The IFS said that:

    Most OECD governments did more to reduce their structural deficit during the period from 1997 to 2007 than Labour did. This fiscal position formed the backdrop to the financial crisis …

    To which I would add the sentences: However most OECD governments in slashing their deficits in a headlong, obsessive pursuit of surpluses also maintained higher unemployment rates and lower levels (quantity and quality) of public service delivery as a result. The UK government achieved far better outcomes as a consequence of their fiscal strategy in terms of indicators that matter (employment, etc) than the governments which were intent on abandoning their fiscal responsibility.

    But the main point that you should take away from this is the nonsensical notion that past fiscal stances can in some way inhibit or constrain the capacity of a currency-issuing government to implement whatever fiscal policy choices they deem fit now. That belief is a myth and underpins much of the deficit-dove and mainstream thinking.

    To be clear: a government which runs a surplus or deficit budget position last year (or for longer) is in a no better or worse position to run a deficit now should it deem that necessary.

    For a start, the endogeneity of the fiscal position (driven by the automatic stabilisers) promotes swings in the balance as private spending fluctuates. This provides some counter-stabilising aggregate demand flows. But, in addition to those flows, a currency-issuing government can choose whatever level of discretionary net spending that they want.

    Running surpluses in the past does not provide the government with any extra capacity to spend. In the same way, running large deficits in the past does not reduce the capacity of the government to spend and maintain those large deficits. Whatever large means anyway!

    The UK government had exactly the same capacity to meet the economic crisis head-on with a properly-scaled fiscal intervention as any other sovereign currency-issuing government. That is, they all had an unlimitedfinancial capacity.

    The limitations on fiscal policy are all real. The government can only purchase what real goods and services are available for sale. Further, when there is strong private demand for these resources, the government’s bid can drive prices up.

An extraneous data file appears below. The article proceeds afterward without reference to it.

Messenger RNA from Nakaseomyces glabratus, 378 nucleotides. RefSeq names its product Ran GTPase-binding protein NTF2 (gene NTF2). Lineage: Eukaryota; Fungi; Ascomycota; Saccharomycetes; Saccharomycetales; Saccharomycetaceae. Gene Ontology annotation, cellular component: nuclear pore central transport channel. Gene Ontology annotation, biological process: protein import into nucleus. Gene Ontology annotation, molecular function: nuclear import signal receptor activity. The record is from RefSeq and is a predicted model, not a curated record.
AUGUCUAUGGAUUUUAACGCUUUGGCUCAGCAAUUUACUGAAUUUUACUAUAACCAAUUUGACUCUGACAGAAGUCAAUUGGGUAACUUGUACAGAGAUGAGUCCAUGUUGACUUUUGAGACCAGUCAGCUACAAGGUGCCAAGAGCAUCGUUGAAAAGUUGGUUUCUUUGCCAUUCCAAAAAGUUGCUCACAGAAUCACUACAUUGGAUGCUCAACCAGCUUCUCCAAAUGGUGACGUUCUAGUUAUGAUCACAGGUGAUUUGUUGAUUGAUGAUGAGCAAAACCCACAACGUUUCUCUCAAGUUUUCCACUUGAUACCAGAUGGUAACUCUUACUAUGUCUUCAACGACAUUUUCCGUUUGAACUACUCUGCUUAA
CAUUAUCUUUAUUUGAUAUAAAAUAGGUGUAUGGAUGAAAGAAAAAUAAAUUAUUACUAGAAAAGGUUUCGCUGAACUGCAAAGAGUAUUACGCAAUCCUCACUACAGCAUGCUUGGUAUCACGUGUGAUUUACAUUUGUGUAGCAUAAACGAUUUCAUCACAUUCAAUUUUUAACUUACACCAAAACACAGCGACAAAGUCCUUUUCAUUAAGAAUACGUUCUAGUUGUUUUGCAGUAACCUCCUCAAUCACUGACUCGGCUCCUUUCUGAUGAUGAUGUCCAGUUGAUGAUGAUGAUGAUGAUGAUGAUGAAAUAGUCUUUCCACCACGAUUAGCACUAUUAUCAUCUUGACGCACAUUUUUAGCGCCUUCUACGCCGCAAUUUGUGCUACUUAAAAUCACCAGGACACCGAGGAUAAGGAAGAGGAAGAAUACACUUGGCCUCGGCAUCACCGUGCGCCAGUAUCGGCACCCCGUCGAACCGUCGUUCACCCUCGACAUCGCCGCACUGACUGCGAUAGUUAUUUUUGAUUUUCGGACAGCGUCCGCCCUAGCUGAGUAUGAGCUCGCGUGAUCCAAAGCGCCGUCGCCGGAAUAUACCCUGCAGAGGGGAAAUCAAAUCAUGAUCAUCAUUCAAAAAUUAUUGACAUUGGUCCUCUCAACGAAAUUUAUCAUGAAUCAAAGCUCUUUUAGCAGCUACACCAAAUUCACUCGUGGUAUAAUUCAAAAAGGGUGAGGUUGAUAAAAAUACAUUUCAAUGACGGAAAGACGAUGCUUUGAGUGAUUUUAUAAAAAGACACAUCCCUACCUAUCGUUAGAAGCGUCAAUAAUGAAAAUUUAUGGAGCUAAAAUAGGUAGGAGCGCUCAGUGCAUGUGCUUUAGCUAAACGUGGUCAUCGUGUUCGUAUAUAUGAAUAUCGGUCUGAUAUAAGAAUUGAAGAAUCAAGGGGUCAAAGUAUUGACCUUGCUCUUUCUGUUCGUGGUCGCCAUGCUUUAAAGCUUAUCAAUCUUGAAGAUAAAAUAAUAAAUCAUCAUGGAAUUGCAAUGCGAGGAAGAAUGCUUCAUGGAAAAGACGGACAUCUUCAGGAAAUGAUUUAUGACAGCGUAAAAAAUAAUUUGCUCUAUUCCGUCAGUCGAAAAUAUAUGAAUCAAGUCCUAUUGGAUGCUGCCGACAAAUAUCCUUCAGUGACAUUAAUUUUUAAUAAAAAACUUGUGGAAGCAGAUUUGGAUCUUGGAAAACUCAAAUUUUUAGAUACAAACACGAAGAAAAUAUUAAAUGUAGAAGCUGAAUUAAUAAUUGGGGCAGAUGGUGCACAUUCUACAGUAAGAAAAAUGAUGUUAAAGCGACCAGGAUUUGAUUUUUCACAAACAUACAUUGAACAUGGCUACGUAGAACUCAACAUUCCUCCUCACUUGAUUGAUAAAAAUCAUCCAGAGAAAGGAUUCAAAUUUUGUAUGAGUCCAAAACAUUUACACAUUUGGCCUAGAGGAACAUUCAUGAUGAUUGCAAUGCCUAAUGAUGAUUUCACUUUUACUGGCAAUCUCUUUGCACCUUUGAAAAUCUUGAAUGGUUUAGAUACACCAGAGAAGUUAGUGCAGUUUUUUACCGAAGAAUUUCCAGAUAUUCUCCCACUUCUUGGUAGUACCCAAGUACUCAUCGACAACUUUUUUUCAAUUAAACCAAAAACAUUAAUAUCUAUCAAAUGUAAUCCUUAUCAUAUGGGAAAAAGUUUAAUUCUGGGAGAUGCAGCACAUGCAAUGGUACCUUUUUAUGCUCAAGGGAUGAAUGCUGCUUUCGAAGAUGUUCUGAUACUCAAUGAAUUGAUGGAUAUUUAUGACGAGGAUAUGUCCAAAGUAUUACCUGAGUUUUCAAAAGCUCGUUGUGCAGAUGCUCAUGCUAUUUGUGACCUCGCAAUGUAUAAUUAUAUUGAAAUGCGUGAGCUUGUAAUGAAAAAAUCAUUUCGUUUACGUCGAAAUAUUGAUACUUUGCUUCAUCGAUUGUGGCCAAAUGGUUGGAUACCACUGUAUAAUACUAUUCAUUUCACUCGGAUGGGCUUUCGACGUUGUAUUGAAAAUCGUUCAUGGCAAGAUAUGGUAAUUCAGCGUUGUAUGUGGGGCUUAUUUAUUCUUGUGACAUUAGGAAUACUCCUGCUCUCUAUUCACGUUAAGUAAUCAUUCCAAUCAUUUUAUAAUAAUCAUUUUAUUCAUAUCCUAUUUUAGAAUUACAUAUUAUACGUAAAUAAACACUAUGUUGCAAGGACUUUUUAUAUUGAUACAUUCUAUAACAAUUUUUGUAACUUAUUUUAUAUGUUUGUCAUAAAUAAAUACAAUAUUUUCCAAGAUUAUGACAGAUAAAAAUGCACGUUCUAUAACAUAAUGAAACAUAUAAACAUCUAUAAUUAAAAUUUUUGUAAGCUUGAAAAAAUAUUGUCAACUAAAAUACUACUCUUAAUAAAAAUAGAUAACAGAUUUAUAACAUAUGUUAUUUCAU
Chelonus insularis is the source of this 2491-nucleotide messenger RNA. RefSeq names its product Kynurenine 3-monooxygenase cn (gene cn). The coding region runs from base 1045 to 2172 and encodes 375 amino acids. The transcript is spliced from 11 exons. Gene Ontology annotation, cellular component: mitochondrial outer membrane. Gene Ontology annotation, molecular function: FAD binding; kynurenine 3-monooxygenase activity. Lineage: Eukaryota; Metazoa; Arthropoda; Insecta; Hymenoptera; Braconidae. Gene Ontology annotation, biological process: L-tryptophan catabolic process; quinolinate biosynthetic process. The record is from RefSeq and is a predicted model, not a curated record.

But with nations all around the globe facing a depression, the government was unlikely to be competing for resources with non-government demand.

    Taxes for revenue are obsolete

    As noted in the introduction, sometimes a document emerges that categorically exposes all these myths that economists perpetuate. Unfortunately, these documents get very little attention when they were originally published and then lie buried somewhere as the mainstream economists continue with business as usual.

    In the last year of World War II, the then Chairman of the Federal Reserve Bank of New York, one Beardsley Ruml addressed the American Bar Association.

    You can access Guide to the Beardsley Ruml Papers 1917-1960 at the University of Chicago Library.

    Historical records suggest the speech was a non-event and “attracted then less attention than it deserved”. In January 1946, the speech was published in the periodical American Affairs and you can see the full text HERE.

    The title of the speech (and article) was Taxes for revenue are obsoleteand I bolded this to make sure it resonated in your consciousness for a little time. Read it again – taxes for revenue are obsolete.

    The Editor of American Affairs at the time wrote that Ruml’s:

    … thesis is that given (1) control of a central banking system and (2) an inconvertible currency, a sovereign national government is finally free of money worries and need no longer levy taxes for the purpose of providing itself with revenue. All taxation, therefore, should be regarded from the point of view of social and economic consequences. The paragraph that embodies this idea will be found italicized in the text. Mr. Ruml does not say precisely how in that case the government would pay its own bills. One may assume that it would either shave its expenses out of the proceeds of taxes levied for social and economic ends or print the money it needs. The point may be academic. The latter end of his paper is devoted to an argument against taxing corporation profits.

    Ruml was writing at the time after the gold standard had broken down and before the Bretton Woods agreement which re-restablished currency convertibility and fixed exchange rates. Ruml, himself, was a major player at the BW conference.